Global Investigations Review - The law and practice of international investigations


Wednesday, 10 May 2017

Ousted Fifa investigators call removal a "de facto end to reforms"

Fifa has not renewed the mandate of chief ethics investigator Cornel Borbely and chief ethics judge Hans-Joachim Ecker.

The organisation has not given an explanation for the decision.

The pair released a statement calling the move a “de facto end to reforms”.

Borbely said that his committee had “several hundred” open cases of wrongdoing, some focused on senior officials.

Borbely will be replaced by Colombian investigator Maria Claudia Rojas and former president of the European Court of Justice, Vassilios Skouris, will replace Ecker.

US cuts Kenya health aid over corruption allegations

The US Agency for International Development (USAID) has suspended approximately US$21 million in aid to Kenya’s ministry of health because of ongoing corruption concerns and weak accounting procedures.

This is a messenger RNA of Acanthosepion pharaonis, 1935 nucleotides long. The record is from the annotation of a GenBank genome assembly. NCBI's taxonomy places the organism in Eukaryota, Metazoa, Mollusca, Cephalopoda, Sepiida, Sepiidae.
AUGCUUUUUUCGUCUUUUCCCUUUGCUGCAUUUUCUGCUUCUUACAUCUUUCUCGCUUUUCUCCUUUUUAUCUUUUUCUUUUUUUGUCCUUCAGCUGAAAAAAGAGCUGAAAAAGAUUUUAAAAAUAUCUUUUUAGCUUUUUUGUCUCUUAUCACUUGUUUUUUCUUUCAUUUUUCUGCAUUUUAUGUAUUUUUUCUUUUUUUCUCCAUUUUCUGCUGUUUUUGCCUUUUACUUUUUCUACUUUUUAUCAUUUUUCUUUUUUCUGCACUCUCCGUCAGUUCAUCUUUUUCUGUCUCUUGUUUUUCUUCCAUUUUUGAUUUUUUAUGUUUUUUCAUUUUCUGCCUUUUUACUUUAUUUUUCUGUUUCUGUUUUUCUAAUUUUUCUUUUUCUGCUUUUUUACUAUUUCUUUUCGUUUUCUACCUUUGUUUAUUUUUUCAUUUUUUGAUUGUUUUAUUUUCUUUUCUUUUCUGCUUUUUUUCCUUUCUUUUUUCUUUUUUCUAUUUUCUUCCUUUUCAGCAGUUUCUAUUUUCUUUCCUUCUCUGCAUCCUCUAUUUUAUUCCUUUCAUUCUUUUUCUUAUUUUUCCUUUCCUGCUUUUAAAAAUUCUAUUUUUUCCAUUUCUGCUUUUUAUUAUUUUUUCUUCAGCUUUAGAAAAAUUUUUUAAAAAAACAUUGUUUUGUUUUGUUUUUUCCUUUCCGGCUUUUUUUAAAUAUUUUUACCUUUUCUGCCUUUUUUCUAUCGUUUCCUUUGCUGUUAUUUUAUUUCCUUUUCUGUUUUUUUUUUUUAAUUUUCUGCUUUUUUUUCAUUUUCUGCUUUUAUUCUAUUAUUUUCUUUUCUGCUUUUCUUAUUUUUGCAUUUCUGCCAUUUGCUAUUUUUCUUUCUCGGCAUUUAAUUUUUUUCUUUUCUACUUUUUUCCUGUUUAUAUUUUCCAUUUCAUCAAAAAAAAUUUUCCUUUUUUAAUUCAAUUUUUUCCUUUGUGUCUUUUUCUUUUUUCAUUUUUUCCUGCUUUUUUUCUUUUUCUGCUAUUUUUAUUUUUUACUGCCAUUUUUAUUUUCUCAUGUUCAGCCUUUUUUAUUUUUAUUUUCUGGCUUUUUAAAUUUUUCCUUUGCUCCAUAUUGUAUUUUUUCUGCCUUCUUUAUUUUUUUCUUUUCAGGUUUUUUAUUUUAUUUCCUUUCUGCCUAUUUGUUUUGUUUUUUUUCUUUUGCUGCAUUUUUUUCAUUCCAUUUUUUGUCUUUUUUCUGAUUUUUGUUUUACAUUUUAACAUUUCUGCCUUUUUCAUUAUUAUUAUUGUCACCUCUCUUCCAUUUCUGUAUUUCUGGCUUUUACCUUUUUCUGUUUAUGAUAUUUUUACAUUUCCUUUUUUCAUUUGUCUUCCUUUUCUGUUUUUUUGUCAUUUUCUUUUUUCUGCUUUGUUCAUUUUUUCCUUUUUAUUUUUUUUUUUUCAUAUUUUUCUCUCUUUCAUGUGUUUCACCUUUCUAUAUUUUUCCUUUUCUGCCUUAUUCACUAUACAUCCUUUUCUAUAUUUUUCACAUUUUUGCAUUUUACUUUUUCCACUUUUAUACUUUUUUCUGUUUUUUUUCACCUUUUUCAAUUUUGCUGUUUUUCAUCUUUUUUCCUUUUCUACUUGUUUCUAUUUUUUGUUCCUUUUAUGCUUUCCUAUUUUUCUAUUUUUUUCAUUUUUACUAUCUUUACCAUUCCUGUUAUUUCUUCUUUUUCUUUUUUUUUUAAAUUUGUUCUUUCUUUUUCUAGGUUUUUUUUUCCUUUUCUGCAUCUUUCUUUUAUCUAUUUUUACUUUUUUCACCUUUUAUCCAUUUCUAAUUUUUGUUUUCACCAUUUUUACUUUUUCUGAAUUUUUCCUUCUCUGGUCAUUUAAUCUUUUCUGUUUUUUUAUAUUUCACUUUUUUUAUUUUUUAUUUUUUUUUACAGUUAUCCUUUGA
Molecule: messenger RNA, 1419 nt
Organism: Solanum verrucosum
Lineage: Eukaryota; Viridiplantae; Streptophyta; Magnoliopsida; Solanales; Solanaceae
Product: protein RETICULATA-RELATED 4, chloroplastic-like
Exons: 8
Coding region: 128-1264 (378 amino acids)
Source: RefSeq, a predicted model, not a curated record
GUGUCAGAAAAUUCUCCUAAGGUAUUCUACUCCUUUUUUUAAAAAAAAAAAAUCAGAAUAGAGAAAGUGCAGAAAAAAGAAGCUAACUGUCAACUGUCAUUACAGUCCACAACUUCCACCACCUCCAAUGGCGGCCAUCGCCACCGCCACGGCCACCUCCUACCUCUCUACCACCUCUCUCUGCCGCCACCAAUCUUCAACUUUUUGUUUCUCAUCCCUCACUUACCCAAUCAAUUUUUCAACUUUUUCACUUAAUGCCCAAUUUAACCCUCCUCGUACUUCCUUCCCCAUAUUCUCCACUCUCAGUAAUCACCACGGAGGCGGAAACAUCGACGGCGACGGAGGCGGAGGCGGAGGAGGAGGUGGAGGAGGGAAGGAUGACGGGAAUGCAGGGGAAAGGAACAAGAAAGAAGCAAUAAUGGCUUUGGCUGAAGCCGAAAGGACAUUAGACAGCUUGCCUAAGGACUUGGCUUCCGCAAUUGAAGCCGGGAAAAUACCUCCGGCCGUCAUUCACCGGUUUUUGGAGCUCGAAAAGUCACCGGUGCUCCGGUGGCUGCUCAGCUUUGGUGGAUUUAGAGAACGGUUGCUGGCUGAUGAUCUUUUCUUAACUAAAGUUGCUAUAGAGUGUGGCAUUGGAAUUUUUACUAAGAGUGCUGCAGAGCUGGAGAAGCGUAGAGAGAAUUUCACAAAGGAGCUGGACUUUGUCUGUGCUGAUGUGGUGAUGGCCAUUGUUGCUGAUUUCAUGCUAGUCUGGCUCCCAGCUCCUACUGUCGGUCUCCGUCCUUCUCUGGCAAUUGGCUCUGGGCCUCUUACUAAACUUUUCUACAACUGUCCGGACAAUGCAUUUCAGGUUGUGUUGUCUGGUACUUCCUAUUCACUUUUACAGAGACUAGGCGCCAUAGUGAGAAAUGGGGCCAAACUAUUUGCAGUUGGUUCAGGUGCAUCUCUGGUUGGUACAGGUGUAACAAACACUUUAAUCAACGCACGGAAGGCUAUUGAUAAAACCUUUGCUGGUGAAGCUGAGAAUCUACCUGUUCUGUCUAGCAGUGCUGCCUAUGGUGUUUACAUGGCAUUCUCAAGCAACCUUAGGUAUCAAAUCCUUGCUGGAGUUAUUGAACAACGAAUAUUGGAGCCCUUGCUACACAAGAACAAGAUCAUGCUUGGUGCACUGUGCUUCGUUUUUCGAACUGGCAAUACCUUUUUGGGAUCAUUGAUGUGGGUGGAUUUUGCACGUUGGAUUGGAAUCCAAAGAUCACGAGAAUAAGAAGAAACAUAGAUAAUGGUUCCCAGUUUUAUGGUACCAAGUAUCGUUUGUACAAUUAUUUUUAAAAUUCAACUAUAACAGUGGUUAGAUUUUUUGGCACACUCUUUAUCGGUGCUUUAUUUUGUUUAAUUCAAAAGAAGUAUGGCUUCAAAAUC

In a statement on 9 May, USAID said that the action is intended to ensure that healthcare spending reaches those in need and to protect US taxpayer money.

USAID said that the suspended money "represents only a small portion of the overall US health investment in Kenya, which exceeds US$650 million annually”.

Deutsche Bank to strengthen European compliance team

Deutsche Bank plans to hire 400 people to fill a new anti-financial crime compliance team in Europe.

The new anti-fraud, bribery and corruption team will be led by Thomas Altenbach, the German bank’s current head of anti-financial crime in Europe, Middle East and Africa.

Deutsche Bank says it has hired 1,000 additional compliance and anti-financial crime staff since 2015. 

In January, the bank finalised a US$7.2 billion settlement with the US Department of Justice to resolve allegations it misled investors prior to the 2008 financial crisis.

Odebrecht proposes settlement of bribery allegations in Argentina

Odebrecht has submitted a proposed leniency agreement to Argentinian judges to resolve bribery allegations in the country.

Employees of the company allegedly paid US$35 million in bribes to Argentinian officials from 2007 to 2014, according to the plea agreement in Odebrecht’s settlement with the US, Switzerland and Brazil.

Argentina does not have corporate criminal liability laws, and it is unclear how the proposed agreement will overcome this. 

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